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How do I create a loop that will create 100 different object. Let's say I have class myPage Page1. I want to create 100 of those objects from myPage let's say Page1....Page100 also I need save the object name in a variable for example char name[10]

for(int i = 0; i<100; i++)
    // create object with different name of my class
    // char name = name of object//something like that

Is it possible? How?

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Yes, it's possible. Have a look at std::stringstream. Sorry, misunderstood your question, I thought you wanted a name INSIDE your variable. Use an array! –  Mats Petersson Mar 6 '13 at 12:03

3 Answers 3

is it possible?

No. The name of variables in C++ is assigned at compile-time.

Just use a std::vector<myPage> (or std::array<myPage, N> if the size is determined at compile-time and shall not change) and access the objects positionally through their index.

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+1 but to save name somewhere (and then search for name) I would use std::map. –  Adriano Repetti Mar 6 '13 at 12:05
@Adriano: That can be done too, but it seems to me what he is using to retrieve the variable is just the index. After all, what varies in Page1, Page2, ... Page100 is just the suffix (index) –  Andy Prowl Mar 6 '13 at 12:06
You're right, until I saw your answer I hadn't really clear what he wanted to achieve –  Adriano Repetti Mar 6 '13 at 12:07
Even if useless, I'm wondering if it's possible with Boost.Preprocessor. –  FredericS Mar 6 '13 at 14:18
@FredericS: I don't know and I don't want to know unless I'll have a good reason ;-) –  Andy Prowl Mar 6 '13 at 14:22

saying "The name of variables in C++ is assigned at compile-time.", Andy Prowl is right, so you can't change the name of a variable during the execution.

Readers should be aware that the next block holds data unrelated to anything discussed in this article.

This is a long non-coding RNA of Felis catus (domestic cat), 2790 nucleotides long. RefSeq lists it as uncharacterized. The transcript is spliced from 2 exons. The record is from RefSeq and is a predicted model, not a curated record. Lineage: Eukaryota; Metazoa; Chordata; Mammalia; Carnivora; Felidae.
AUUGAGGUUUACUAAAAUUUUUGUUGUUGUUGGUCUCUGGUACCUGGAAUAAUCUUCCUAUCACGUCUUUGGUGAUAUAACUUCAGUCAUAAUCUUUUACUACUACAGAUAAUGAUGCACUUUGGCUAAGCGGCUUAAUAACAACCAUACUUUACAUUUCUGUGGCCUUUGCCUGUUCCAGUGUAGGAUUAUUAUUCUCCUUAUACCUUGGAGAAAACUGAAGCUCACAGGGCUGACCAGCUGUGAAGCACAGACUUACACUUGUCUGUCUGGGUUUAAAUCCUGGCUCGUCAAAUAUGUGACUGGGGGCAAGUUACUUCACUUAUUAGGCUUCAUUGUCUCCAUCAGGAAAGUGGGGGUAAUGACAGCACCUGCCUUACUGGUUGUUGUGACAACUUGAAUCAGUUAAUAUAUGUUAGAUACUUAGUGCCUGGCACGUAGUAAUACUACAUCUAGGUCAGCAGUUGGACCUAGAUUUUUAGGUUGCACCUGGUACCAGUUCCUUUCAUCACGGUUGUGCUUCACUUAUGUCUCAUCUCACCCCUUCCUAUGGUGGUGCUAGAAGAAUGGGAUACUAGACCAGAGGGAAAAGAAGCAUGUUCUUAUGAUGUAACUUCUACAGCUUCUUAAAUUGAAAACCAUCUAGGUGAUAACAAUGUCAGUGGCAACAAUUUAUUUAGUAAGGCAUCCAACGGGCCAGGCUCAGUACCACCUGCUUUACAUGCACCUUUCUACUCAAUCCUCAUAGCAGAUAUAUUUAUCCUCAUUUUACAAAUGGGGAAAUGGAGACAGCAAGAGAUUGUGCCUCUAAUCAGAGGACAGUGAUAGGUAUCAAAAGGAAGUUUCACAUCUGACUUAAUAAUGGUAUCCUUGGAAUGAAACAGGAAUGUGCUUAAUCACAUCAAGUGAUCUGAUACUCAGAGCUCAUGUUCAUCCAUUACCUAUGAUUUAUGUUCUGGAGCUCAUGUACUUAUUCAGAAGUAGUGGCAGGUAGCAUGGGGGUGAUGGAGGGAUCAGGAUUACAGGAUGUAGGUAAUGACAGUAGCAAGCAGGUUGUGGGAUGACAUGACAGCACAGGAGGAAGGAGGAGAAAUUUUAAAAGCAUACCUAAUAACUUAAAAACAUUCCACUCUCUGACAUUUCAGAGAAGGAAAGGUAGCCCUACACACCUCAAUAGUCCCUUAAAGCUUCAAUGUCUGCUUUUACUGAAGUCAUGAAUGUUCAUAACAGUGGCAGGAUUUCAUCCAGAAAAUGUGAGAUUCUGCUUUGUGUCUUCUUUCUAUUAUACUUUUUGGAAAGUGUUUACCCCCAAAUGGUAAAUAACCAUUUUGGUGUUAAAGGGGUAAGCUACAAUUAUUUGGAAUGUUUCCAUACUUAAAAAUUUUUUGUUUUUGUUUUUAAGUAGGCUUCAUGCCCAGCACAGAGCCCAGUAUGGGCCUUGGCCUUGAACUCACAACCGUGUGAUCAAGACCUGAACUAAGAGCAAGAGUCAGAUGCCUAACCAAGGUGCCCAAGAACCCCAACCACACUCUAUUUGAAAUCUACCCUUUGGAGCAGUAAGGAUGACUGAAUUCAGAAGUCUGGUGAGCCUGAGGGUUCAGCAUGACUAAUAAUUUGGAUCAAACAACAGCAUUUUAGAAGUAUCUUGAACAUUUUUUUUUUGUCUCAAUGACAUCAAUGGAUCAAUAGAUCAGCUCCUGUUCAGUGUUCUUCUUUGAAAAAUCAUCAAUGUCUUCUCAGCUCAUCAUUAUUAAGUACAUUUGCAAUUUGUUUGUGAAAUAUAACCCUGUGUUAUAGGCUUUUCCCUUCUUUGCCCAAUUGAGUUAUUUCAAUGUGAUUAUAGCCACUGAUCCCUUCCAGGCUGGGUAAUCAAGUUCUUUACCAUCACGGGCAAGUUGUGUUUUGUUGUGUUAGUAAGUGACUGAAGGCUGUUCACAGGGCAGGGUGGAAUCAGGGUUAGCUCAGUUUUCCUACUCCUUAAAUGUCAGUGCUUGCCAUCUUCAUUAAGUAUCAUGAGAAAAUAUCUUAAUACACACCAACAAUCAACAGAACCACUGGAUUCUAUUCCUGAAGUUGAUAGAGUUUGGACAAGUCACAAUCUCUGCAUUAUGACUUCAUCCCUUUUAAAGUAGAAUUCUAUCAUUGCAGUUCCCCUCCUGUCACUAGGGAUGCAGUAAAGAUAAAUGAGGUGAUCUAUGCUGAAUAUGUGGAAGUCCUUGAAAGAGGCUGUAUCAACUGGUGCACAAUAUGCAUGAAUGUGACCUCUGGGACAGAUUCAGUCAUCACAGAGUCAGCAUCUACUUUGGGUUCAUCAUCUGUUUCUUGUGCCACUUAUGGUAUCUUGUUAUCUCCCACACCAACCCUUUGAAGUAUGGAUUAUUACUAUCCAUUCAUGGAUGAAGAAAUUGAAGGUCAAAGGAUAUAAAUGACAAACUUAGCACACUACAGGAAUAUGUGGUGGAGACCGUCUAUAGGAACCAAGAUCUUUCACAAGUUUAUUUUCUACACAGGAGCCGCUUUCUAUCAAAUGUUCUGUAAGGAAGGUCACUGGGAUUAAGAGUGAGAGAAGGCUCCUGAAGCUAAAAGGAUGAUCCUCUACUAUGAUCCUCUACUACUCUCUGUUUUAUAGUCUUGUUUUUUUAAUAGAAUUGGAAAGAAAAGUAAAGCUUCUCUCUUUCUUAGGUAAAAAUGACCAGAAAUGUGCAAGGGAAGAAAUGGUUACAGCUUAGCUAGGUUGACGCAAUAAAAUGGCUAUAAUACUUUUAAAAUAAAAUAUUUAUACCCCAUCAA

But, if you want to do something impossible, there are others ways to fix your problem, instead of get 100 var of the same type, you can instanciate a container filled with all your myPage instances, here is an ugly exemple :

std::map<std::string, myPage*> pages;
for (int i = 0; i < 100; ++i)
   std::string name = "page";
   page += i;
   pages.insert (std::make_pair (name, new myPage ()));

and for access :

myPage* page = pages["page18"];
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That's going to leak memory in 99% of cases. If you construct the objects at the time you put them into the map, without keeping a handle to them around, that means you want the map to have ownership of your objects. Use smart pointers, or just emplace_back the actual objects instead of pointers in the first place. –  us2012 Mar 6 '13 at 12:23
I didn't wanted to use smart pointers or something to show the "main" part of this code : name incrementation, that's why it's an 'ugly exemple'. But I dind't realy understand what you mean by mem leak. Is this a problem that only the map have a pointer on the instances ? Because the std::map desctructor call the desctructors of all its components. so you can delete all your myPage instances when you don't need the myPage anymore. Am I wrong ? –  Marcassin Mar 6 '13 at 12:55
Yes, you are wrong. When a map holds objects, it will call the destructors of those objects. When a map holds raw pointers, only the memory taken by the pointers will be released, the objects pointed to live on. Nothing is deleted and no destructors are called. –  us2012 Mar 6 '13 at 13:12
Ho right. My bad. Thanks for the tip. –  Marcassin Mar 6 '13 at 13:37

No, it's not possible in that way. When you create objects you create an identifier (the name of your object in your source-code) and this one cannot be changed during runtime. You can create a class that has a name-member and assign this at construction-time.

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